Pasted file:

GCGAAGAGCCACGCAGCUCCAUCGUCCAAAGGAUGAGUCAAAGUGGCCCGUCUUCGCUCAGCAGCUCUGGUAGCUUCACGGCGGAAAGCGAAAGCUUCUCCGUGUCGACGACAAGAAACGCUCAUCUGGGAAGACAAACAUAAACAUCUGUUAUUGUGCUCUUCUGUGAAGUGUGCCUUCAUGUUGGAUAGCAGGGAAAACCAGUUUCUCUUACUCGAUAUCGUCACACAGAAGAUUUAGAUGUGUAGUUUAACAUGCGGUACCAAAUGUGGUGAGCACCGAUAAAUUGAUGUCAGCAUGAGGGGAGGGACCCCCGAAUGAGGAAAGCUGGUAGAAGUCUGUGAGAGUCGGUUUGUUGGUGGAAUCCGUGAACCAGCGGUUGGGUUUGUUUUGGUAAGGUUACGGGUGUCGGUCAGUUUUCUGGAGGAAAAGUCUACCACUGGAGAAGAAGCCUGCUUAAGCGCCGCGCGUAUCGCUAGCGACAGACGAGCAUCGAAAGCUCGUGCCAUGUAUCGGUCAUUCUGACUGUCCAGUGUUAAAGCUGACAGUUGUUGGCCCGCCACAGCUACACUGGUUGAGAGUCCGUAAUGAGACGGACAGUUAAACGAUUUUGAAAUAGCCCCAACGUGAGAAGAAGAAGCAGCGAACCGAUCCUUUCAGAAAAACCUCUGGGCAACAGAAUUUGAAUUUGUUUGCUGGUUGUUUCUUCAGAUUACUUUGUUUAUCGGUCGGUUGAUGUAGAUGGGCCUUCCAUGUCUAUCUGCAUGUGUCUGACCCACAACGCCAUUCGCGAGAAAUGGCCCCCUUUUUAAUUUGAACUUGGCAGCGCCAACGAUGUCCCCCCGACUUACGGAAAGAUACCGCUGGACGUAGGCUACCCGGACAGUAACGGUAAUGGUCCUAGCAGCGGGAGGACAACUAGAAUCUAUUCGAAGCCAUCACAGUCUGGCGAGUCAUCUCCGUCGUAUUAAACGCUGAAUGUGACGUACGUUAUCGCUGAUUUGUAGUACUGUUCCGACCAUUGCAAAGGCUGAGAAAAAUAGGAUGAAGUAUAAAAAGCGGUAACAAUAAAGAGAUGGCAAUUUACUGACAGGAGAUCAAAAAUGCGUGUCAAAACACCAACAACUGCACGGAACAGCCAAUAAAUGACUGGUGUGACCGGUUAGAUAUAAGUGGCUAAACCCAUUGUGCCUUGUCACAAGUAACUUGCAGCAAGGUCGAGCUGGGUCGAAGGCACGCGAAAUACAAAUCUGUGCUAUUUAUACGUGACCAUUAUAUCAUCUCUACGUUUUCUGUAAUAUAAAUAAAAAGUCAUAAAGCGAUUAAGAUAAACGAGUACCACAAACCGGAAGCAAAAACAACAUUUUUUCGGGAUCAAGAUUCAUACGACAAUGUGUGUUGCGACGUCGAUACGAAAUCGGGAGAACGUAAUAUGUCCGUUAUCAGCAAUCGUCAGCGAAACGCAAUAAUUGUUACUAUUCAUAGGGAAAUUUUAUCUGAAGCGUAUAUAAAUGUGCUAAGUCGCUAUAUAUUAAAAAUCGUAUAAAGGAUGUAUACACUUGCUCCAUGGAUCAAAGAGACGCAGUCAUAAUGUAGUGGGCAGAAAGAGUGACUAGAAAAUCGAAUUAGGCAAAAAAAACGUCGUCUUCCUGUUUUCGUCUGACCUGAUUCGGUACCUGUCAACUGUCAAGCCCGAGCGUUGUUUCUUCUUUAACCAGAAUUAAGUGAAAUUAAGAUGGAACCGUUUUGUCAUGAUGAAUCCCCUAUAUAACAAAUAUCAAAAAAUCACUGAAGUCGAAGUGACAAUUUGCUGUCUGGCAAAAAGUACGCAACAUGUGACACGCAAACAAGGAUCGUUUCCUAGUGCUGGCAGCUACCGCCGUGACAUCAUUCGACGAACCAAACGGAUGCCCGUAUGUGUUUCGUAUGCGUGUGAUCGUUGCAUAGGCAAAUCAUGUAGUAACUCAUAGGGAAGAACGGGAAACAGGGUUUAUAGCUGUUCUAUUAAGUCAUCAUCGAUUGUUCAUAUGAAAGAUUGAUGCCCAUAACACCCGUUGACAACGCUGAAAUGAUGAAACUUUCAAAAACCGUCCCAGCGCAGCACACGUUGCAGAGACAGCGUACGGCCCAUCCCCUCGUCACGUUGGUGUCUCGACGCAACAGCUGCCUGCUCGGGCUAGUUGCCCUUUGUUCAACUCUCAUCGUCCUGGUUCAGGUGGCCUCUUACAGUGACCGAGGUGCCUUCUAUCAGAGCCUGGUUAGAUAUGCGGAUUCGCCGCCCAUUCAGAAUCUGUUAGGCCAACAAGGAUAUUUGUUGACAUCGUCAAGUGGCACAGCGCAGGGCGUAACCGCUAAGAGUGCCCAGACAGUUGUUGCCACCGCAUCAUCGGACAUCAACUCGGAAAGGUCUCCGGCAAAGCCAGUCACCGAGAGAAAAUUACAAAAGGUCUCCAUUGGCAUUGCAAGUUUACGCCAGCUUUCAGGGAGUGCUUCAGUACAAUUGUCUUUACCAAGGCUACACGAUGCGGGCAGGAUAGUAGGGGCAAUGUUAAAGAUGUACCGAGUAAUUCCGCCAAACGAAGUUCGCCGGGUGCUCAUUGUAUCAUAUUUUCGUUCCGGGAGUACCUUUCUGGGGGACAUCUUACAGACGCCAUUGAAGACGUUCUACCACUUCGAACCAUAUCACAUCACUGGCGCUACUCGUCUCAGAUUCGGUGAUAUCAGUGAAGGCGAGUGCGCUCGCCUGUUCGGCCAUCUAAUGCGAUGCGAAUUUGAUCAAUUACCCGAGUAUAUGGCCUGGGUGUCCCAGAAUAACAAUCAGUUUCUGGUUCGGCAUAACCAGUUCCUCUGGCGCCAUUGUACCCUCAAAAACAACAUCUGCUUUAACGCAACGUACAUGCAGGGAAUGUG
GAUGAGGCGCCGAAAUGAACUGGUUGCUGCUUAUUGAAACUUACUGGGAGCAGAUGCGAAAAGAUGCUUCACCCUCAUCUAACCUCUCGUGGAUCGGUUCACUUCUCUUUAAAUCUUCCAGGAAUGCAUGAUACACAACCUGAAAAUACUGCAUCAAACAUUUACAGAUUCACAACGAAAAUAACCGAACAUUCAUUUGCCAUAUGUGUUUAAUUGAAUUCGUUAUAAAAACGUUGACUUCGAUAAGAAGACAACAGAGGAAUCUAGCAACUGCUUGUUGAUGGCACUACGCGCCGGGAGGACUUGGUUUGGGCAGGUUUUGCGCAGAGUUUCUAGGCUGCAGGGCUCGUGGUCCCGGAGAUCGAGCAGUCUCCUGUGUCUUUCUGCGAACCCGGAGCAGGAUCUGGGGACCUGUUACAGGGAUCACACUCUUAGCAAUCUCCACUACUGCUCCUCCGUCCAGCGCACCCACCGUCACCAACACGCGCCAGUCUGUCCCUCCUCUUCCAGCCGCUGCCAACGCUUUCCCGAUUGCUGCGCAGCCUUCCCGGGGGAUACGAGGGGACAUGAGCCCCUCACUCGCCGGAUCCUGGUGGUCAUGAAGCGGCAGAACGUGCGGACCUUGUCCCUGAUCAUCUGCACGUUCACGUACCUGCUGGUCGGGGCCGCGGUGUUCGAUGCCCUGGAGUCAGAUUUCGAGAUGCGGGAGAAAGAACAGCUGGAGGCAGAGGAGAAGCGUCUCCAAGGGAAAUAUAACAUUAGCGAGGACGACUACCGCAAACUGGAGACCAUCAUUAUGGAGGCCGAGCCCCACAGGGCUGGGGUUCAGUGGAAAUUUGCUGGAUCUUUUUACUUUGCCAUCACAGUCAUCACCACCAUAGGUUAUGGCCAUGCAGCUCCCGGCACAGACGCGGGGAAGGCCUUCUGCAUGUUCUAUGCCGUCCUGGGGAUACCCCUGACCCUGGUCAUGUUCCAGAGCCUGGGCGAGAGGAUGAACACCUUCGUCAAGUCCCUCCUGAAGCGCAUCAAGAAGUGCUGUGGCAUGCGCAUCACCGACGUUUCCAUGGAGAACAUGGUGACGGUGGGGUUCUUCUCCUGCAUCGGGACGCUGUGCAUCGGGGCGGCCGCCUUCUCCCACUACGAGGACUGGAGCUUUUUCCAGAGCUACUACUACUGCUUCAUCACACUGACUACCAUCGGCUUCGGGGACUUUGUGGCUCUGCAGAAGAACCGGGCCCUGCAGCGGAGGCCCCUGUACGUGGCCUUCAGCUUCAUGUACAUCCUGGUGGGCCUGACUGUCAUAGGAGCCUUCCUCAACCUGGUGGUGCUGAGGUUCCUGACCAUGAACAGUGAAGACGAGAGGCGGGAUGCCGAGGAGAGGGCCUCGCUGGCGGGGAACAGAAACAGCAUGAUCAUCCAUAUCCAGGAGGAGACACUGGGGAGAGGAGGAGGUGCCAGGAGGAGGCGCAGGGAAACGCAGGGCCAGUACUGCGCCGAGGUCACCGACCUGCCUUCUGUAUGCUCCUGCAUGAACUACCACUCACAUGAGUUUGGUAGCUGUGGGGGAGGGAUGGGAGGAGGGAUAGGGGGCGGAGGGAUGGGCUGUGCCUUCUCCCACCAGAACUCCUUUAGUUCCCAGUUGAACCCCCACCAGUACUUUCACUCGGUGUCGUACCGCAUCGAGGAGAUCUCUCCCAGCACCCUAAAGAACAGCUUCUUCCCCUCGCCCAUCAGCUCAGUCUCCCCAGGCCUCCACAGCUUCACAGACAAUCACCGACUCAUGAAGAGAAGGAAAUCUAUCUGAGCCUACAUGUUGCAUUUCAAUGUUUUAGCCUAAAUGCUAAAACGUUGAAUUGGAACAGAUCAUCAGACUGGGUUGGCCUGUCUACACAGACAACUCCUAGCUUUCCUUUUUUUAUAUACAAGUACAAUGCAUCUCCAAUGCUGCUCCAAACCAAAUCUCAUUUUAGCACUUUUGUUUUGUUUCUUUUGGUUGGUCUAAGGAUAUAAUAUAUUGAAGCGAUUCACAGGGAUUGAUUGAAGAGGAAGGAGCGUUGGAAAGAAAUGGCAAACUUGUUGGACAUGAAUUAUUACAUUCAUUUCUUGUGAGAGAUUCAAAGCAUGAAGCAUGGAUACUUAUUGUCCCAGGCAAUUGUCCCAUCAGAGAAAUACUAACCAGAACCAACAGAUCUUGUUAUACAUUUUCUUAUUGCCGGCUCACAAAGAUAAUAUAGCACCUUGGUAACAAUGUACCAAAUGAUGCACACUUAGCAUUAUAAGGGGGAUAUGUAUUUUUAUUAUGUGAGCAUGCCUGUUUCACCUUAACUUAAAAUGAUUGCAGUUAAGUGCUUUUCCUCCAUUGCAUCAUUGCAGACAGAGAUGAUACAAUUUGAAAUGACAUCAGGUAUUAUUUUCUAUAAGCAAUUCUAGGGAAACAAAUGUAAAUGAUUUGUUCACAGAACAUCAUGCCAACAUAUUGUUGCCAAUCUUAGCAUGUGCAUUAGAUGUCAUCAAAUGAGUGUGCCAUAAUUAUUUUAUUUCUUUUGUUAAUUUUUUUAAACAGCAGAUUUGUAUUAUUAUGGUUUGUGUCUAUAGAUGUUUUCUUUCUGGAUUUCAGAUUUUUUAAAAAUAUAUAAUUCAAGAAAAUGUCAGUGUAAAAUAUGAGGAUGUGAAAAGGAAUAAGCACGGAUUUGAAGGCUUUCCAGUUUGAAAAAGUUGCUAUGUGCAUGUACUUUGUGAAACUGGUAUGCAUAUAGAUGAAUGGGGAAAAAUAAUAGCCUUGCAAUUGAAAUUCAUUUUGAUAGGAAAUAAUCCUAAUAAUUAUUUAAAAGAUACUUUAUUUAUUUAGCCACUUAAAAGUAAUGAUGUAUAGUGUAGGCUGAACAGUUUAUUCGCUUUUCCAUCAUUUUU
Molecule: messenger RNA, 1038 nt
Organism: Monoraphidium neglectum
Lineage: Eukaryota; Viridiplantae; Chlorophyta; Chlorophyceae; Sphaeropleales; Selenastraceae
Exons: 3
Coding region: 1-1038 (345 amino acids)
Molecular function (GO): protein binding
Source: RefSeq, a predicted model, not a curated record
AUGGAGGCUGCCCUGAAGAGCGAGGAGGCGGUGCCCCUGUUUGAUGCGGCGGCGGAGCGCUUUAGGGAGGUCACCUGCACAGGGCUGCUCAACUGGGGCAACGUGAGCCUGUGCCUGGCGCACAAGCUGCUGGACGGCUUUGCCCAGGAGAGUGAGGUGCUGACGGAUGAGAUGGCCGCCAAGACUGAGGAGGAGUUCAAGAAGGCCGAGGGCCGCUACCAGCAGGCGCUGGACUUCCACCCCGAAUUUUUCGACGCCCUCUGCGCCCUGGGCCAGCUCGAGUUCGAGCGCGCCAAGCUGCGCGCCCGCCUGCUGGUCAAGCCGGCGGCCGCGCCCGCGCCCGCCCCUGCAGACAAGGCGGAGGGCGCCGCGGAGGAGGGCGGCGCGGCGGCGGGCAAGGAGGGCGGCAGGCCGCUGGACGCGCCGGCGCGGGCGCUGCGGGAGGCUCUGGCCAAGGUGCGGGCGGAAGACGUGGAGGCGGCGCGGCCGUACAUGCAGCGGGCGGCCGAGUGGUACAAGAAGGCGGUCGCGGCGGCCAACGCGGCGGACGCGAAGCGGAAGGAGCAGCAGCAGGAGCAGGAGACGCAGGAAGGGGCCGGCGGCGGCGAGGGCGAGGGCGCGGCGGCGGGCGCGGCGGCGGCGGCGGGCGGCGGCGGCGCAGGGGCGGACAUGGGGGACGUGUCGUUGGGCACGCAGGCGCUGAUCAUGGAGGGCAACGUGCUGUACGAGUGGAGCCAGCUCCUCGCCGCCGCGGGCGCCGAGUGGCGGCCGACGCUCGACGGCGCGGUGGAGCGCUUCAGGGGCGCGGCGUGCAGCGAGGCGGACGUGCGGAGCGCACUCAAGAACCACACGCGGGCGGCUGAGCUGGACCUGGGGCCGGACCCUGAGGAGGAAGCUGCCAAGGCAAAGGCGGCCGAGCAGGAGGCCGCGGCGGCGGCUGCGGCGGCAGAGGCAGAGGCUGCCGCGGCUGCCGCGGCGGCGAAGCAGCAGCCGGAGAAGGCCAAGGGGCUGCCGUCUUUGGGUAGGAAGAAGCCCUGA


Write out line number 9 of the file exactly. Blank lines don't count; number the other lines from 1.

Source: RefSeq, a predicted model, not a curated record